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Dev Diary #3 - Building Schemas to Control Your Datasets


Last week we showed off how we are going to let you design the perfect dataset for your use-case using the idea of a schema to describe what your generated data should look like. This week we talk about the schema builder, get into how these schemas will help make better datasets, and how we are thinking about complexity in datasets.

Schema builder

If you saw the horrible JSON last week you can imagine it might not be the most intuitive thing to write so we went ahead and built a UI for creating schemas. Hopefully this tool gives you everything you need to create both complex and simple schemas, for both inputs and outputs.

The best way to understand how it works is to use it, but here are a few highlights:

  • Create typed variables
  • Template those variables together in a description
  • Certain types have additional properties (i.e set ranges for numbers, or token length for strings)
  • Use structs to format data as JSON
  • Use arrays to force multiple generations of the same data
  • Use enums to scope inputs and outputs to specific values
  • Drag and drop to reorganize variables into structs and arrays

In the coming weeks we will add more helpful tooltips and validation so your schemas are more reliable and easier to work with.

Of course if you do feel like writing horrible JSON let us know and we might add that option as well instead of using the UI.

Better dataset with schemas

Having more control over your synthetic datasets is really important for the quality of your models, because you know your use-case best. Schemas give you finer control over your dataset generation process and we can now add features such as type checking, forcing JSON outputs, defining input/output structures etc.

For example: If you need to generate a dataset about movie reviews, involving a review, rating from 0-10 and a yes/no if someone would recommend the movie based on the review and rating. You will be able to define the exact structure and length of the review, as well as ensure that the generated rating is an integer etc. Before schemas you would have to prompt engineer the correct inputs/outputs, but now you can define exactly what you need.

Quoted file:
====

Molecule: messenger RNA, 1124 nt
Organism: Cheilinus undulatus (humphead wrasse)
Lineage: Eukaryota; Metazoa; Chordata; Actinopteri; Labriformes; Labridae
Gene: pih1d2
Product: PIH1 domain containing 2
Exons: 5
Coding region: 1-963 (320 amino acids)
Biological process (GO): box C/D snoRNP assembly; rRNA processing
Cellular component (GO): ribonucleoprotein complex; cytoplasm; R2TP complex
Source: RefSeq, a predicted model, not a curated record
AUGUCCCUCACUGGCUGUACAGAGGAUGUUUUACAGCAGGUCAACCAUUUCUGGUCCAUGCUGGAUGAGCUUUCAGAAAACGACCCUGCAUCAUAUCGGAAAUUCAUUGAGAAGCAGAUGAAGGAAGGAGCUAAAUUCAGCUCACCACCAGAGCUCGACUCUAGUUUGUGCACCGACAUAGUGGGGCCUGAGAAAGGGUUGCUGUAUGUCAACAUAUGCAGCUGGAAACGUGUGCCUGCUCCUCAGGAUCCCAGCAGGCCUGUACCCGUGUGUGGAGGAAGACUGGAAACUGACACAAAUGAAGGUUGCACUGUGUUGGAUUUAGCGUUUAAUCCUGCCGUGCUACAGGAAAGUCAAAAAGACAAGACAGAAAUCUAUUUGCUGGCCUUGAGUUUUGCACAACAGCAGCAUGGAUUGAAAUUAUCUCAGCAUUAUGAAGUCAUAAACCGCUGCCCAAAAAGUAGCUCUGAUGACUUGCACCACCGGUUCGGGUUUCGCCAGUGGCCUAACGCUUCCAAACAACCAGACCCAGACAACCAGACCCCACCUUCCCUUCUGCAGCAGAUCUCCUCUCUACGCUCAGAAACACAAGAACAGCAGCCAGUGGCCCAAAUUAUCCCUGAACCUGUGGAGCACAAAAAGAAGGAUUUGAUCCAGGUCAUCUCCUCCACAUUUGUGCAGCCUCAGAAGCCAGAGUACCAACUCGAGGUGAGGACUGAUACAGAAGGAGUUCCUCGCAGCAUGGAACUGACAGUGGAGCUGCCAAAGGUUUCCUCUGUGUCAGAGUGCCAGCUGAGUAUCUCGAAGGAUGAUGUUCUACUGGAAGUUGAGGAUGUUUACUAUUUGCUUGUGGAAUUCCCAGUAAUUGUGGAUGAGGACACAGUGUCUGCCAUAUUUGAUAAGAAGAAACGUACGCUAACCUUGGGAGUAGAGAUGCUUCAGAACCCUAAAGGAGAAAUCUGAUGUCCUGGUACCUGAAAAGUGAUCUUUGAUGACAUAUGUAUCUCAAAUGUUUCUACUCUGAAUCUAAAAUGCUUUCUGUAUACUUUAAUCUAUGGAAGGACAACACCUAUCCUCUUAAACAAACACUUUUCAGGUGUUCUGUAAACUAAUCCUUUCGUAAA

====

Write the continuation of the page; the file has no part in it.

In short, schemas prevent unnecessary hallucinations and gives you finer control over your synthetic dataset.

Adding further control over your synthetic dataset’s — adjust the complexity in your outputs

We are also working on adding complexity controls to your dataset outputs. Complexity control will allow you adjust the depth and details in your generated outputs while adhering to the schema provided by you.

Taking a story writing use case for example, both of the following sample have the same knowledge and style but differ in complexity:

  • Example 1 (lower complexity response) Once upon a time, a boy named Jack traded his cow for magic beans. The beans grew into a giant beanstalk reaching up to the sky. Jack climbed the beanstalk and found a castle with a giant living in it. He stole a hen that laid golden eggs and a harp that played by itself. Jack escaped down the beanstalk, cut it down, and he and his mother lived happily ever after with their riches.
  • Example 2 (higher complexity response) Jack, a curious boy from a poor village, traded his last cow for magic beans from a mysterious old woman. Overnight, the beans grew into a giant beanstalk reaching up into the clouds. Bravely, Jack climbed it, discovering a hidden world above where a giant lived with his stolen treasures, including a goose that laid golden eggs and a magical harp. Using his wit, Jack managed to take the goose and the harp, but the giant chased him down the beanstalk. Once safely back, Jack chopped down the beanstalk, defeating the giant and saving his village from further threat. With the golden eggs, Jack and his mother became wealthy, but he often looked up at the sky, wondering about the secrets beyond the clouds.

Expect this feature to be shipped and available to you next week.


Schema Builder

See above and these other improvements:

  • Reworked dataset creation and editing into a single dataset designer.
  • Added a side navigation so that you can easily get around the designer.
  • Fixed a few bugs relating to creating datasets.

Knowledge Graph:

  • Greatly improved key topics generation for knowledge graphs when dealing with complex use cases like information extraction.
  • Made improvements to the diversity of the topics generated for a use case.


  • Training model button disappeared on small screens.
  • Dataset views will now display schemas.
  • GetModel requests will not stop running if they 404 on the dataset view.